SUBJUNTIVO vs INDICATIVO: Don’t ever confuse these again!

SUBJUNTIVO vs INDICATIVO: Don’t ever confuse these again!

Which one is correct?

“Espero que estés bien.” o “Espero que estás bien.” (I hope you are well.)

First, I said “Espero que estés bien”” in the subjuntivo (subjunctive) and then in the indicativo (indicative).

Which one was correct? If you know, leave a comment. Solution at the end!

I’m Spring Spanish teacher, Maura, and let’s learn once and for all when to use the subjuntivo and when the indicativo.

1. Subjunctive VS Indicative: What’s the difference?

In general terms, the difference between these two moods has to do with how real or factual the information is.

Esencialmente, se utiliza el indicativo para indicar hechos o aquello que es cierto. (Essentially, you’d use the indicative to indicate facts or what is true.)

And the subjunctive when you’re expressing personal opinions or feelings of duda, esperanza o deseos (doubts, hopes, or wishes), after specific verbs and to describe an unspecified something or someone.  

Repasemos algunos ejemplos. (Let’s review some examples.)

Indicative mood: talking about facts or truths.

  • Tu famila viene esta tarde. (Your family comes this afternoon.)
  • El sol sale todas las mañanas. (The sun comes out every morning.)
  • Ella habla muy bien en español. (She speaks very good Spanish.)

Subjunctive mood: talking about opinions, wishes, describing unspecified people, etc.

  • No creo que lleguemos a tiempo. (I don’t think we’ll get there on time.)
  • Quiero que practiques más. (I want you to practice more.)
  • Necesito a alguien que hable bien inglés. (I need someone who speaks English well.)

The only way to get a real feeling for these two moods is to put them to the test, so stick with me till the end if you want to solidify this knowledge through some good practice!

2. Tips and tricks on when to use each mood

Ahora, vamos a profundizar un poco más en cuándo utilizar cada uno. (Now, let’s go a little deeper into when to use each.)

Some of these categories are meant to be broader, like when the subjuntivo (subjunctive) is used for personal opinions or feelings since this includes deseos, dudas y esperanzas (wishes, doubts, and hopes). Because all of these are, in fact, personal opinions.

Some are very straightforward, like using the subjuntivo (subjunctive) after specific verbs. Here are the main categories you should concern yourself with for the subjunctive:

  1. Personal opinions: wishes, hopes, doubts, feelings.
    • Espero que se alegren de vernos (I hope they are happy to see us.)
    • Dudo que traigan hielo. (I doubt they’ll bring ice.)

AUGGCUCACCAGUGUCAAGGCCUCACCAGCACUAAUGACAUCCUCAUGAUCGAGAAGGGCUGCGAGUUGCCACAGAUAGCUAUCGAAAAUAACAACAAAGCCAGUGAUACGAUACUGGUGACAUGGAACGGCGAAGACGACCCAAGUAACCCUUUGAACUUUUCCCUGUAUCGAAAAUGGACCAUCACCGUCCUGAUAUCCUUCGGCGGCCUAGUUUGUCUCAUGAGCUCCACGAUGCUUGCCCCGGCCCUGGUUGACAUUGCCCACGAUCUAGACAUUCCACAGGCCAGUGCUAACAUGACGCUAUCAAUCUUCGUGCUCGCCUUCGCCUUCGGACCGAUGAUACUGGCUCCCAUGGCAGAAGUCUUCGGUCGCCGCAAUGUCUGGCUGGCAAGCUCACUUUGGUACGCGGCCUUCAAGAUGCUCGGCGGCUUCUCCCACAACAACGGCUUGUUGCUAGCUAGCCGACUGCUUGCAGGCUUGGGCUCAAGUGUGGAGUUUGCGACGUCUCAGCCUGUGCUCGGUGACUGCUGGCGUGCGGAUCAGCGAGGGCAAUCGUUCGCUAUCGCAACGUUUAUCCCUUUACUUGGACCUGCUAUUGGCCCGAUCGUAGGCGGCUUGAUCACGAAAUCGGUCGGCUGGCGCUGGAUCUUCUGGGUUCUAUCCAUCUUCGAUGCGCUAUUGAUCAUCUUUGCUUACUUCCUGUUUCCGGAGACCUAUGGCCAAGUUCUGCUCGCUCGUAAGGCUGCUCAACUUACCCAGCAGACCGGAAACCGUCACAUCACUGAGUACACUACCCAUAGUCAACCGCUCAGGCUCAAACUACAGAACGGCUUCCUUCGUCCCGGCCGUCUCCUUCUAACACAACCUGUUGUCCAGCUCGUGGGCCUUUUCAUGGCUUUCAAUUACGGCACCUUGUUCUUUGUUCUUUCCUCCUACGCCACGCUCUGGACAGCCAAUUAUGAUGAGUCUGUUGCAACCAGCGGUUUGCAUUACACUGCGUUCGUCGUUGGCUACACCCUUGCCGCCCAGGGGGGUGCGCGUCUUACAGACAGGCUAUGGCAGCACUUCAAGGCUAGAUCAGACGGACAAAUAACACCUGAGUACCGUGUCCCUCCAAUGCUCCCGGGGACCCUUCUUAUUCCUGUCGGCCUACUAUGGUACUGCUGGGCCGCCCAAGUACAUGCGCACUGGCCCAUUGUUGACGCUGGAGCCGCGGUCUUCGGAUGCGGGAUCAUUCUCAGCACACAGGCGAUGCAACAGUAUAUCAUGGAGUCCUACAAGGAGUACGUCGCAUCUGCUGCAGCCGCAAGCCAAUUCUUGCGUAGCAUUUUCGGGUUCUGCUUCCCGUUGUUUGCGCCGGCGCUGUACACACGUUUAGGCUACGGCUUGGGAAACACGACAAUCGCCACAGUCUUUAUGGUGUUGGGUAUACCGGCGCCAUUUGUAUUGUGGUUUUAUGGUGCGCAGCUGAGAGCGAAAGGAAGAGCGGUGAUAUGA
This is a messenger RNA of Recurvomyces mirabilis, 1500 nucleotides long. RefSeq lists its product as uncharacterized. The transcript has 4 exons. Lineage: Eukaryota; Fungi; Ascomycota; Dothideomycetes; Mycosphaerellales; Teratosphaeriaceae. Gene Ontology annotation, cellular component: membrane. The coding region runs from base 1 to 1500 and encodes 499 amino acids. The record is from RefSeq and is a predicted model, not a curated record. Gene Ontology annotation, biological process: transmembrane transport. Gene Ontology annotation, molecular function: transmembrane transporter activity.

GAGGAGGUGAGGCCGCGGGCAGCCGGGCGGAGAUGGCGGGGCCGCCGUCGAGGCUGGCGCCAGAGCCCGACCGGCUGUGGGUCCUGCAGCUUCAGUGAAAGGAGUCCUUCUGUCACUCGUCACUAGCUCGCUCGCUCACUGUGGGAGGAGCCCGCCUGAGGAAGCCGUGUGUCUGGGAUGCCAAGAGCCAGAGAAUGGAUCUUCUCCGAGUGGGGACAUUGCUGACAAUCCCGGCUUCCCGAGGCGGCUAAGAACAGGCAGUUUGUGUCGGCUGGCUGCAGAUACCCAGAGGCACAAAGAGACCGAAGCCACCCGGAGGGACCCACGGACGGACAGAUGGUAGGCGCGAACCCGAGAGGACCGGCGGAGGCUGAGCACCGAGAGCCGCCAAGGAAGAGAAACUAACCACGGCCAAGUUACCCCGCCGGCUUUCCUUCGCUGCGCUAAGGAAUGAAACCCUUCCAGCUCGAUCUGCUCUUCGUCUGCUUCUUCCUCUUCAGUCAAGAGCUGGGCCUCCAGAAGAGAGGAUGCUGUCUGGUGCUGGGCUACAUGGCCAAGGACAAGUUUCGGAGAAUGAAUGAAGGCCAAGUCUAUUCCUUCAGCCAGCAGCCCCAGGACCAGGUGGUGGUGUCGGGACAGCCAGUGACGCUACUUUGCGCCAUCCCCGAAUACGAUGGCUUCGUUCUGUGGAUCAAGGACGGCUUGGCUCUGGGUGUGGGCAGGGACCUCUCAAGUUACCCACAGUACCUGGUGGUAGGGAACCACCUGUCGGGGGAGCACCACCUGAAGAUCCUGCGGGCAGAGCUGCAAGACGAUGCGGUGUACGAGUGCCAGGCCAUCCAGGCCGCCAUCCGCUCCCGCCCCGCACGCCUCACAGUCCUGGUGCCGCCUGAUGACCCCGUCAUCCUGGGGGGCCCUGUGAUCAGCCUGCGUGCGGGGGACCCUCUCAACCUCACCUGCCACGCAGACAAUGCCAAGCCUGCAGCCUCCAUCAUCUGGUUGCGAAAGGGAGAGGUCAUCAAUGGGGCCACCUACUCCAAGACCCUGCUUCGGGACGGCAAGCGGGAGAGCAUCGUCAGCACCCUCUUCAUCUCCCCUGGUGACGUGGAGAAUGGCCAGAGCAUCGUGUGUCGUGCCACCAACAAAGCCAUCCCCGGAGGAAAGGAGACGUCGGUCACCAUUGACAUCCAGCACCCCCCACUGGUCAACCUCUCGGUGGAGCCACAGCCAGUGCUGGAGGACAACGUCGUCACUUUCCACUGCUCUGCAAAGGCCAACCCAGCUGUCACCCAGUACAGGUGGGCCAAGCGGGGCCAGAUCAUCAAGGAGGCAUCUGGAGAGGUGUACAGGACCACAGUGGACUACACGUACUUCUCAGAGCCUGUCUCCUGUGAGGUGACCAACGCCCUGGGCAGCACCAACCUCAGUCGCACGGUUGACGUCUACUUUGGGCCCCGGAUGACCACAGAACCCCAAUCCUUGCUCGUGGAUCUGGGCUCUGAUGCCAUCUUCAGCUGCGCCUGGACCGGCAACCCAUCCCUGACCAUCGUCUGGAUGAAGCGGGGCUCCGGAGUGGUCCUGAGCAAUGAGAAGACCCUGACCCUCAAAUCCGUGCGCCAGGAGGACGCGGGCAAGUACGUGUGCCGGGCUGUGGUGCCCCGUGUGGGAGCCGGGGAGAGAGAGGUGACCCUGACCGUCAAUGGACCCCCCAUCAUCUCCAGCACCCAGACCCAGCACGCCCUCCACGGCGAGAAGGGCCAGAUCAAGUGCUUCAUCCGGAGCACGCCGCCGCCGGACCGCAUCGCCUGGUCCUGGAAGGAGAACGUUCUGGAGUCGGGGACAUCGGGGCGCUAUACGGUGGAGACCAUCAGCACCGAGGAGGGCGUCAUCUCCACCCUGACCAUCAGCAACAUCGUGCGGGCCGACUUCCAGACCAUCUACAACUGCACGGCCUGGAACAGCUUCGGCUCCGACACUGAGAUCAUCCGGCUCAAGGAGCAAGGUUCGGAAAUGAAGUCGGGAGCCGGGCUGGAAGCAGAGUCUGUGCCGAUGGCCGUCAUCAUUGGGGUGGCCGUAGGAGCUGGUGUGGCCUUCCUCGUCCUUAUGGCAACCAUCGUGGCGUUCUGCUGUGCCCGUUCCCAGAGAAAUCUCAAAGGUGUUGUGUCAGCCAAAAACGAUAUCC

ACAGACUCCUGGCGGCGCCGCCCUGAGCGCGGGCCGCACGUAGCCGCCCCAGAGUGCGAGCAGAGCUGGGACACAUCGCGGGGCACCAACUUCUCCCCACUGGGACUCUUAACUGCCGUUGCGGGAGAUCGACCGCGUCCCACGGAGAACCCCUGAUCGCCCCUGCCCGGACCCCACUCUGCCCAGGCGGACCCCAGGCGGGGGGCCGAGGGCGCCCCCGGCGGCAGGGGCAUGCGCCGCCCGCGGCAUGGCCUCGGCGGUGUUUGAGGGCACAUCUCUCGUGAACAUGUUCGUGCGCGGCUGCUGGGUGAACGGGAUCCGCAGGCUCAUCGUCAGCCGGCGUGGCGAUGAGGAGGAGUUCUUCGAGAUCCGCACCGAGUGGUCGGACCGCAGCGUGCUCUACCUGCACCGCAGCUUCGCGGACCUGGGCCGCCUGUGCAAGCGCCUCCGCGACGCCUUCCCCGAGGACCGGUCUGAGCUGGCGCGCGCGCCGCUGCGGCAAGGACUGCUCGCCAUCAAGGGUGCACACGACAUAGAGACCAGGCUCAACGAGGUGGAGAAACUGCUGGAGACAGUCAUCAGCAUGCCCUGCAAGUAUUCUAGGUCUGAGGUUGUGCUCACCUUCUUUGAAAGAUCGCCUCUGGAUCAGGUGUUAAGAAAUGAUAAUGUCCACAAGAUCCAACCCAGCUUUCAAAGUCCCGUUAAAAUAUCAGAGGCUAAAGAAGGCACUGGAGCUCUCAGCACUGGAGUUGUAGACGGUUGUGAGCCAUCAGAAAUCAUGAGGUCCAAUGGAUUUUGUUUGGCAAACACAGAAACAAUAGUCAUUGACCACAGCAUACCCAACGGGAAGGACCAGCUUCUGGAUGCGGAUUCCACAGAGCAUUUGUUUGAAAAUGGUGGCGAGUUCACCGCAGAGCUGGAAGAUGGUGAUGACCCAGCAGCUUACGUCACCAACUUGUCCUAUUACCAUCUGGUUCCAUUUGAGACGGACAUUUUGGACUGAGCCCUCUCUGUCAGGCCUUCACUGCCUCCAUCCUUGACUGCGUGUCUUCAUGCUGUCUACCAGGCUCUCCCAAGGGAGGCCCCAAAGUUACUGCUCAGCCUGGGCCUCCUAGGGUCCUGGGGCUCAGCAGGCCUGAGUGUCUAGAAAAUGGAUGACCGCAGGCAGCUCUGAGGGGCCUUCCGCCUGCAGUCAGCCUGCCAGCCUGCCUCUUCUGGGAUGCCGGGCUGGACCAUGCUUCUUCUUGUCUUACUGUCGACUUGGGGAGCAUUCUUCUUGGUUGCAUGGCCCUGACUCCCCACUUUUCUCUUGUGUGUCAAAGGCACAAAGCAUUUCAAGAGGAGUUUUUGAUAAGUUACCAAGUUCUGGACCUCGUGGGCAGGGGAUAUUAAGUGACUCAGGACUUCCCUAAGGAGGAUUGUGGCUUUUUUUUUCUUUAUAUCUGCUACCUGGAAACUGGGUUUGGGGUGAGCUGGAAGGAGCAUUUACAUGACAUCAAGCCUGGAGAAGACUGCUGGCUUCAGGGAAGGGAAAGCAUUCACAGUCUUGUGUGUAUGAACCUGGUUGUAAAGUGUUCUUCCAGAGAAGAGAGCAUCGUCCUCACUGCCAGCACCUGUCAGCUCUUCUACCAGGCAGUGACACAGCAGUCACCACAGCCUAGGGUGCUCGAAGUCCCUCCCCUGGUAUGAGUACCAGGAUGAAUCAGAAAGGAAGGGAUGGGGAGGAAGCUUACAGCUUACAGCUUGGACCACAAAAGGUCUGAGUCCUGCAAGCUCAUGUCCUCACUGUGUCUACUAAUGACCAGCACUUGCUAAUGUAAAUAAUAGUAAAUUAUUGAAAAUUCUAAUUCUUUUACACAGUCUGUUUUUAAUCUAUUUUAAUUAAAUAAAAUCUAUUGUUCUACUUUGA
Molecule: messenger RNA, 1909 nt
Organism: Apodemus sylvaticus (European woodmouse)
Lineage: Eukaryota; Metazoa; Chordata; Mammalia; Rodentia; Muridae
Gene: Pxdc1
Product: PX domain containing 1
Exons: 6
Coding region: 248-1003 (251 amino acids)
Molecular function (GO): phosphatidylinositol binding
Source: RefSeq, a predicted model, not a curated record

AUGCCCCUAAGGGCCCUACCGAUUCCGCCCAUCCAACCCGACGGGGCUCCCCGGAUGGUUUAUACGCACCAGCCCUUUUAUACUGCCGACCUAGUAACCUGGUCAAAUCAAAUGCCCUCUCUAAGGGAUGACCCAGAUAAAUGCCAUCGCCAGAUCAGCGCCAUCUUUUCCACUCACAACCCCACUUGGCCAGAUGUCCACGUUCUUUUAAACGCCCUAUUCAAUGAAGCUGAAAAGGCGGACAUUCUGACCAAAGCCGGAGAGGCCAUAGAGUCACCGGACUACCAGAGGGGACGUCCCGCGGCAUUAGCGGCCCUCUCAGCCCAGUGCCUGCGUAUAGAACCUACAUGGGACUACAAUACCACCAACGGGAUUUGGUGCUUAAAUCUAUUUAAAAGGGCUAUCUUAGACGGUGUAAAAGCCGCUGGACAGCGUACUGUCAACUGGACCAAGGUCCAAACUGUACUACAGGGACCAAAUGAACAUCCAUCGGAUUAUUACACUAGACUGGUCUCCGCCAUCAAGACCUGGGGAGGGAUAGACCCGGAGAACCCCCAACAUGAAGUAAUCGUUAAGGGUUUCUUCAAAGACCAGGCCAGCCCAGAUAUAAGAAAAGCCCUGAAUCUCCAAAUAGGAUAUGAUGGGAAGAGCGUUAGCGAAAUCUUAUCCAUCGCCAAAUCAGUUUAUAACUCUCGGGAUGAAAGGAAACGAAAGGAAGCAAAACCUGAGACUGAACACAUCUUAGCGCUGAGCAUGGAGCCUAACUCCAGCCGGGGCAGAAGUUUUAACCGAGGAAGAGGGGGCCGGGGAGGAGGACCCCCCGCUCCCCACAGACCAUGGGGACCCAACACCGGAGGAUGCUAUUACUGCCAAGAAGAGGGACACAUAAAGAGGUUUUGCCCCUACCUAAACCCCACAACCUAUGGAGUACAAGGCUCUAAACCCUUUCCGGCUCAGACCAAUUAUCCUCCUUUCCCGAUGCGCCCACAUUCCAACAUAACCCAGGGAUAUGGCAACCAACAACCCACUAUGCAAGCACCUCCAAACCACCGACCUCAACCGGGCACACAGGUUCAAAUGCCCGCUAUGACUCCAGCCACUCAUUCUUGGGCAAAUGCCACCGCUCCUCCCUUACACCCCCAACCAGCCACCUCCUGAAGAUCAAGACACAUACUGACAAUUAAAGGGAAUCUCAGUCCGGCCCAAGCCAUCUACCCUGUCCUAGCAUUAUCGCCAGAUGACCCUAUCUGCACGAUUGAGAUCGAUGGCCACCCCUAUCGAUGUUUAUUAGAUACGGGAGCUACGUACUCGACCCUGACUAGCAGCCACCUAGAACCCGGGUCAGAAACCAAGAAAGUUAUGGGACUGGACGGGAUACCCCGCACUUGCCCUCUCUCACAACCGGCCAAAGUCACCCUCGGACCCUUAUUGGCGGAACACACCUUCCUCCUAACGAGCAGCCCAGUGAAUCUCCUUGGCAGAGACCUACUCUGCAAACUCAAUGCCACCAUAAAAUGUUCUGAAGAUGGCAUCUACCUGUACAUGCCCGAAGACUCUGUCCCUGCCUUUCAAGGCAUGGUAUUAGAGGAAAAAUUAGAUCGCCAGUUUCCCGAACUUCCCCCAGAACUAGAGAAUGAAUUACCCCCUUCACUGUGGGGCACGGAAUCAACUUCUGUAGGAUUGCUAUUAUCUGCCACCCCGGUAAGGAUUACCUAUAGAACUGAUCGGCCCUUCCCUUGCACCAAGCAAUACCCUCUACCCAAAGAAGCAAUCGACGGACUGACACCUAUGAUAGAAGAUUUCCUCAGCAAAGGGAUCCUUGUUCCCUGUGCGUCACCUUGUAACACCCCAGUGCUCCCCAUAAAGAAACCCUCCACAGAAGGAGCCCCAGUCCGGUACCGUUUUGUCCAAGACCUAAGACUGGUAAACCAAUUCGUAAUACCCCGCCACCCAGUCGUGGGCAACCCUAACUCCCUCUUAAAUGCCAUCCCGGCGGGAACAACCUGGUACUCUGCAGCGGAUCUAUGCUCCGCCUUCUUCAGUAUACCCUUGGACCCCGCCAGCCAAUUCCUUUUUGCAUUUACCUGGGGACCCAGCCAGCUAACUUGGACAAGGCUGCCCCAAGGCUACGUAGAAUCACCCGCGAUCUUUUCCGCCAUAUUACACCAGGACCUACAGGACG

• Quiero que salgamos más. (I want us to go out more.)
  1. To describe an unspecified person or thing.
    • Hay que comprar algo que pique vegetales mejor. (We have to buy something that cuts vegetables better.)
    • Contrata a una persona que sepa trabajar en equipo. (Hire someone who knows how to work as a team.)
  1. After the very common expressions quizás (maybe) and ojalá (hopefully).

We do have a video about ojalá (hopefully) and how it works with the subjuntivo (subjunctive) that you can check out here. For now, here are some examples:

  • Quizás te llame pronto. (Maybe he’ll call you soon.)
  • Ojalá llueva mañana. (I hope it rains tomorrow.)
  • Quizás alquilen algo por esos días. (Maybe they’ll rent something for those days.)
  • ¡Ojalá el verano llegue rápido! (I hope summer comes soon!)

With quizás (maybe), you do have the choice of using the indicative as well, but using the subjunctive will, once more, add more uncertainty a lo que dices que quizás suceda. (to what you say might happen.)

Now, use the indicative mood when the following applies.

  1. To express something that is true:
    • El gato come muy rápido. (The cat eats very fast.)
    • La amabilidad es muy importante. (Kindness is very important.)
    • Yo amo a mi familia con toda mi alma. (I love my family with all my soul.)

Chunk Alert!

Amo con toda mi alma (Love with all my soul) might sound very passionate but, hey, el español es una lengua muy apasionada. (Spanish is a very passionate language.) We would use this when it makes sense, like talking about your family as shown in the example, yo amo a mi familia con toda mi alma (I love my family with all my soul) or, when exaggerating something like: amo comer pizza con toda mi alma. (I love to eat pizza with all my soul.)